Persecution of Christians Overseas

Part of the debate – in the House of Commons at 3:32 pm on 18th July 2019.

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Photo of Ross Thomson Ross Thomson Conservative, Aberdeen South 3:32 pm, 18th July 2019

I congratulate the Members who helped secure today’s debate on this very important matter. The persecution of Christians around the globe is felt by many both within and outwith the Church, in my constituency and further afield. Leaving Christians overseas vulnerable to persecution would be a gross abdication of the global responsibilities that this country has worked ceaselessly to uphold over many years.

The very birthplace of Christianity is under threat. Christians in countries across the middle east find themselves driven from their homes and imprisoned, tortured or killed on the basis of the faith that they hold or the texts that they follow. Daesh in Iraq and Syria, and the continuing spectre of Boko Haram in central Africa, present a real existential challenge for the free practice of religion in those regions. The presence of Christianity in more and more parts of the world faces nothing short of complete extinction, while Governments fail to provide a bulwark against the tide of attacks.

Christians in communities across the world under oppressive Governments, or who are the target of militant groups, take little comfort from warm words. For a child left parentless after her family was executed for attending church, condemnation provides no salve. For a pastor standing in the ruins of his church, statements of support ring hollow. We can do more, and we must do more, to help bring the persecution of Christians to an end.

I welcome the Bishop of Truro’s recommendations, which show the clear steps that this Government can take. I am encouraged by the words of many colleagues, which demonstrate the constructive spirit in which we all are willing to work. The challenge that faces all of us in ending discrimination and violence against Christians is monumental, but this report leaves me optimistic about the future of religious freedoms. This review makes concise, achievable recommendations that draw on the talents of our unparalleled diplomatic network. The Foreign and Commonwealth Office has immeasurable experience in helping some of the world’s most vulnerable people when they need it most. Now is the time to use that experience and influence to protect Christians, who face the most unimaginable treatment for following their faith. I congratulate the Government on their unequivocal support for defending the rights of Rohingya Muslims in Burma, because that demonstrated the impact and reach that our country can have when we lead international responses to protect those suffering from religious persecution.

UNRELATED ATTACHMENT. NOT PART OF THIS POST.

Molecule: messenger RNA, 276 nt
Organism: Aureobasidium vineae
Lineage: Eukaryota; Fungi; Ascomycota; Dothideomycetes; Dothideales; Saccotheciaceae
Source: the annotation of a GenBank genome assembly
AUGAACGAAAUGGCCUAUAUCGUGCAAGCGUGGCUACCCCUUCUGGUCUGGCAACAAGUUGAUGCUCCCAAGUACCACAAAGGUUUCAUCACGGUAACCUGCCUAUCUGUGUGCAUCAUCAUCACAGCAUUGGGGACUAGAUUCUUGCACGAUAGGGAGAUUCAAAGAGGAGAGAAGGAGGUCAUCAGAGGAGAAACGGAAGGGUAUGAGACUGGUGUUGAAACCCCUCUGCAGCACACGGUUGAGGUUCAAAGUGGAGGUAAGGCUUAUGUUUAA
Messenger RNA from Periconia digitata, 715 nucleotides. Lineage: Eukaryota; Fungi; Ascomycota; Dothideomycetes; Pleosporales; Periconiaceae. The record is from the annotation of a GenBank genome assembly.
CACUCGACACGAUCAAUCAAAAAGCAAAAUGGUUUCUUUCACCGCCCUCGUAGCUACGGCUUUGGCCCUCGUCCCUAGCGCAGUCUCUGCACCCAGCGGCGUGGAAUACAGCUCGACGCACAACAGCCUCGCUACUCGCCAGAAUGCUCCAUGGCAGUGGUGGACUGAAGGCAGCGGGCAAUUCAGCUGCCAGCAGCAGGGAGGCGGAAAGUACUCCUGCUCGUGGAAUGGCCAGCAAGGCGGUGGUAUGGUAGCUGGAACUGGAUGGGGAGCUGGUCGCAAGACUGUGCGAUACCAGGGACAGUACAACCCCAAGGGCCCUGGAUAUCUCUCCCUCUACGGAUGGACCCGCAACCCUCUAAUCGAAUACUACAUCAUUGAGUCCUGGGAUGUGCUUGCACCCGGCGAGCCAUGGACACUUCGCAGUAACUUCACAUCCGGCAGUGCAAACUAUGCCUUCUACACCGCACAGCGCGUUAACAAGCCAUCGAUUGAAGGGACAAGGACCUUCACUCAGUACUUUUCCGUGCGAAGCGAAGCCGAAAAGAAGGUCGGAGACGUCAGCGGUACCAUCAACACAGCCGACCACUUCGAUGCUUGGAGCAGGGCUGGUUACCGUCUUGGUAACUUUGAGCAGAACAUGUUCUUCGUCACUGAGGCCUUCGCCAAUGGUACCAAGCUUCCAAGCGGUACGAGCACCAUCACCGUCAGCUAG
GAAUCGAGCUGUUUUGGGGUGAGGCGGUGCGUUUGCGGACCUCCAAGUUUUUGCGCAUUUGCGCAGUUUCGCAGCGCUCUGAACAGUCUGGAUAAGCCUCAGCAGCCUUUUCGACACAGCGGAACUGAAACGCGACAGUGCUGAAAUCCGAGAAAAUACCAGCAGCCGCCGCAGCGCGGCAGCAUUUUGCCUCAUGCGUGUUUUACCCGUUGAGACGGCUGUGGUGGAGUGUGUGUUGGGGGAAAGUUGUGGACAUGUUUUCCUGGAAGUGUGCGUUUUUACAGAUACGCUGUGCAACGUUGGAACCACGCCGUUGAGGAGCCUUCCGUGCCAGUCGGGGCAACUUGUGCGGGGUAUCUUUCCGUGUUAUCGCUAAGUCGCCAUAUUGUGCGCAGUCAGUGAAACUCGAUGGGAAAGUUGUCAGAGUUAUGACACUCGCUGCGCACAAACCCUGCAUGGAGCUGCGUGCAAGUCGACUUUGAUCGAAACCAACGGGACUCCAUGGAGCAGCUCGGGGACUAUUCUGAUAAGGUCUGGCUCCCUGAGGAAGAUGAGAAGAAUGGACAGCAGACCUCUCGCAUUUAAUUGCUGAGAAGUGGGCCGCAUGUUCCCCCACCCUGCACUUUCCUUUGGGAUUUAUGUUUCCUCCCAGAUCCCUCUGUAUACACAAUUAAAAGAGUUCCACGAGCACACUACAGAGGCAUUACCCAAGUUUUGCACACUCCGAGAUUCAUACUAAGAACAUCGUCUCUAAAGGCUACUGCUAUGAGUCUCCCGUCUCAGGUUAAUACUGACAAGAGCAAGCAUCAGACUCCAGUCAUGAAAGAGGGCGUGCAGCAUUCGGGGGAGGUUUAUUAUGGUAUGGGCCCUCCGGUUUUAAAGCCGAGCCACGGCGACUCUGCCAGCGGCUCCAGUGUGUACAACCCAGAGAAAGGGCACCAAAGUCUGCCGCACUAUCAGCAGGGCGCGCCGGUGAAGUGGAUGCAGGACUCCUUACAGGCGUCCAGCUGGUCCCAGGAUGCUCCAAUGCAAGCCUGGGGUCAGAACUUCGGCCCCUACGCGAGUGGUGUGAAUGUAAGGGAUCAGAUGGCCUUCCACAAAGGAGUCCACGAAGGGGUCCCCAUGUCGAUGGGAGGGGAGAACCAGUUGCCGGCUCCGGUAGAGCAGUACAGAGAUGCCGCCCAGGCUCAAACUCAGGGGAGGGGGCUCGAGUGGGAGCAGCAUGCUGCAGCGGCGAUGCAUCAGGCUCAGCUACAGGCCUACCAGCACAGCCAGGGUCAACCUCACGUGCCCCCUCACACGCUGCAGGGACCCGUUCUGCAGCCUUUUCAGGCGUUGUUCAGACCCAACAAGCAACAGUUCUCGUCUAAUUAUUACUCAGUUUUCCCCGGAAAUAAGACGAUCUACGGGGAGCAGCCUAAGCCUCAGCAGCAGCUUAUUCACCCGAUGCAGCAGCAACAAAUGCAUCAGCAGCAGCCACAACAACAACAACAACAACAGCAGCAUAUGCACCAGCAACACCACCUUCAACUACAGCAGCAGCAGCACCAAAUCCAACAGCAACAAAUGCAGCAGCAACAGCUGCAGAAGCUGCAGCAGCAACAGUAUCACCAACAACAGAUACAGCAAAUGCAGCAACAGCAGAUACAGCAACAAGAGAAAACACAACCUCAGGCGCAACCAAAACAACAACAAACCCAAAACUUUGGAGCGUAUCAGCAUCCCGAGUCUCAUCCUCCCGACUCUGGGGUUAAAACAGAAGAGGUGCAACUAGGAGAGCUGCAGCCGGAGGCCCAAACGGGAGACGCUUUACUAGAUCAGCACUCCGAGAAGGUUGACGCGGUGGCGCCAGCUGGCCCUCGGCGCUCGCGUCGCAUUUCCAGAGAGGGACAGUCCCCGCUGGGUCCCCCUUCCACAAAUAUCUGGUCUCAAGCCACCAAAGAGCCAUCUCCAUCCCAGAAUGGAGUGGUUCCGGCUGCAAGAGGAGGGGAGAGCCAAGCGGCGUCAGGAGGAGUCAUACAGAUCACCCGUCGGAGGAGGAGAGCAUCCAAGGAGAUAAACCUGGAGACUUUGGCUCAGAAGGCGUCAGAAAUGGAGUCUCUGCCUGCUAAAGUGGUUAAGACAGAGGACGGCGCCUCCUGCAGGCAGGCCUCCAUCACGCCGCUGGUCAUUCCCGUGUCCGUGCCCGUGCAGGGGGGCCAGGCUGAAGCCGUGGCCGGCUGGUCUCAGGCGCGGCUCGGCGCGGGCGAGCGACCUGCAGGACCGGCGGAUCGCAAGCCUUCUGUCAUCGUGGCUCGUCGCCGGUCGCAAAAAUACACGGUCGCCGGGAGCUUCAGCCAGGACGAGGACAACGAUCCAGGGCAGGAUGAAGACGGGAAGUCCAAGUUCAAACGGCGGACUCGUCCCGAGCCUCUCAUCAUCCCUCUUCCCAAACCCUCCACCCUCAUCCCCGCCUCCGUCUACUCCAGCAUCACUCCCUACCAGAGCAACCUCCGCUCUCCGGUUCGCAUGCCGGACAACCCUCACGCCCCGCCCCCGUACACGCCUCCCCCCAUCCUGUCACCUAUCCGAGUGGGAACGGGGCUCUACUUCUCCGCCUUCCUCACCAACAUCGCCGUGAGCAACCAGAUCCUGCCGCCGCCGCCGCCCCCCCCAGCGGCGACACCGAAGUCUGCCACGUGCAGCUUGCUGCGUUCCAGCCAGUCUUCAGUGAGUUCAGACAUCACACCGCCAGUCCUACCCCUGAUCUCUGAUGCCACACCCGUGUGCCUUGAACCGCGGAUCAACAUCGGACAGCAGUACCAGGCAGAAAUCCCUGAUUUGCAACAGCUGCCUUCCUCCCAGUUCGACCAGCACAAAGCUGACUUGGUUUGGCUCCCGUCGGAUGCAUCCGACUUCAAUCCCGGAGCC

The systematic denial of freedom of religious belief is becoming entrenched by extreme nationalism and militant extremism in all corners of the world. We cannot afford to hesitate. The Government have shown that they are able and willing to lead an international response to tackle these injustices. The responsibility now rests with the Government to agree a strong collective response that has freedom and tolerance at its heart.